|Plot Summary of The Eye of the Abyss|
St. Martin's, Nov 2003, 23.95, 304 pp.
In 1938 Nazi Germany Franz Schmidt has a good life. He is happily married to Helga and they have a delightful four year old daughter. He works as the chief internal auditor at Banhaus Wertham & Co. where he is very highly regarded by the Werthan family that owns the bank. Franz feels pretty good about himself also since he stepped in to defend a Jew attacked by Nazis three years ago at the cost of an eye.
Franz's life changes when the Nazi Party deposits large sums of cash at Banhaus Wertham & Co. with the demand that anyone with the slightest Jewish blood be fired as the law states. Half-Jewish Fraulein Dressler, competent secretary to the bank's general director, will have to be released. Upset over the injustice, Franz decides to help Dressler while plotting to castigate Herr Dietrich, the Nazi mole just put inside the bank. Though the price of being caught could reach his beloved family, inactivity would cost Franz much more.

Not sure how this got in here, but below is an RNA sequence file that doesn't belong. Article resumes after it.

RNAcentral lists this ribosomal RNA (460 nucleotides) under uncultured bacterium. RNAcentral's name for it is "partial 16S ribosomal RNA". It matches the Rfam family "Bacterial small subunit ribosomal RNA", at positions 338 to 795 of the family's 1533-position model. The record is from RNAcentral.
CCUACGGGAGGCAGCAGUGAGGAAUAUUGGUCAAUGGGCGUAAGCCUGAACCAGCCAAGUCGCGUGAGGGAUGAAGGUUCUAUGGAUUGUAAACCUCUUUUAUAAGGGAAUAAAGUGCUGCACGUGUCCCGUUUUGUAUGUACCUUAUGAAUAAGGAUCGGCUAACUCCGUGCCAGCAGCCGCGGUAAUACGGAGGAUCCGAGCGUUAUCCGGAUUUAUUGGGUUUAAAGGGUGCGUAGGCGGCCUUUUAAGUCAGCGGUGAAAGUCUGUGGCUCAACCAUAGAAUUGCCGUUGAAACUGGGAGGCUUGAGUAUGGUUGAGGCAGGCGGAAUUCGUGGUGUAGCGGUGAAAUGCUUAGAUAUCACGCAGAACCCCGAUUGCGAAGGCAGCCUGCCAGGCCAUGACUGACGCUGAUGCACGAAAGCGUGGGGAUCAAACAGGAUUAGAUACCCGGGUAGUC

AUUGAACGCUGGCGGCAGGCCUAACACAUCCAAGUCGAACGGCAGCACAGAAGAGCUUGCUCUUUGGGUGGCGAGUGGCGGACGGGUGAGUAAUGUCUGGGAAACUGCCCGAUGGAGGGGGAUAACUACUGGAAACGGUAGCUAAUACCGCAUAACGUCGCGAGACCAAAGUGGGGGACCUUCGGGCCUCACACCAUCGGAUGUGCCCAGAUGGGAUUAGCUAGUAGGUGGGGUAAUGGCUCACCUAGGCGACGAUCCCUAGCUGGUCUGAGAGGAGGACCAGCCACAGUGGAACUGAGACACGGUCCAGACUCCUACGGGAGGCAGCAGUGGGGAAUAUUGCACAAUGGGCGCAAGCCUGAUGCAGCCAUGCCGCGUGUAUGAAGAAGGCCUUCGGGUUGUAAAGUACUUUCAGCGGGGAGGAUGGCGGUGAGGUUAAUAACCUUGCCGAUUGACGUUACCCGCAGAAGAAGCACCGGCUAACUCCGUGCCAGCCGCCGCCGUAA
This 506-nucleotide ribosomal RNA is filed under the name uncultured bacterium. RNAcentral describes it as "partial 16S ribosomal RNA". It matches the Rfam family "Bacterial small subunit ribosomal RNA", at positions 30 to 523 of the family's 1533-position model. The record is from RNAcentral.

This is an historical tale that takes the reader back to a highly volatile and dangerous time to be a freedom lover. The story line is fantastic as it moves rather quickly forward yet provides fully developed characters whose behavior especially reactions during crisis are brilliantly rendered. However, the key to Marshall Browne's tale is Nazi Germany on the brink of World War II that comes so alive. Author of the well written police Inspector Anders tales Mr. Browne's latest work will be on everyone's short list for the genre's best novel of the year.
This synopsis report prepared by Harriet Klausner
|Chapter Analysis of The Eye of the Abyss|
Ratings are on a 1-10 scale (Low to High)
Tone of book?
Time/era of story
- religious issues
- surviving repressive dictatorship
War/Revolt/Disaster on civilians
- business executive
How much descriptions of surroundings?
- 4 ()
Amount of dialog
- significantly more dialog than descript
Note: the views expressed here are only those of the reviewer(s).
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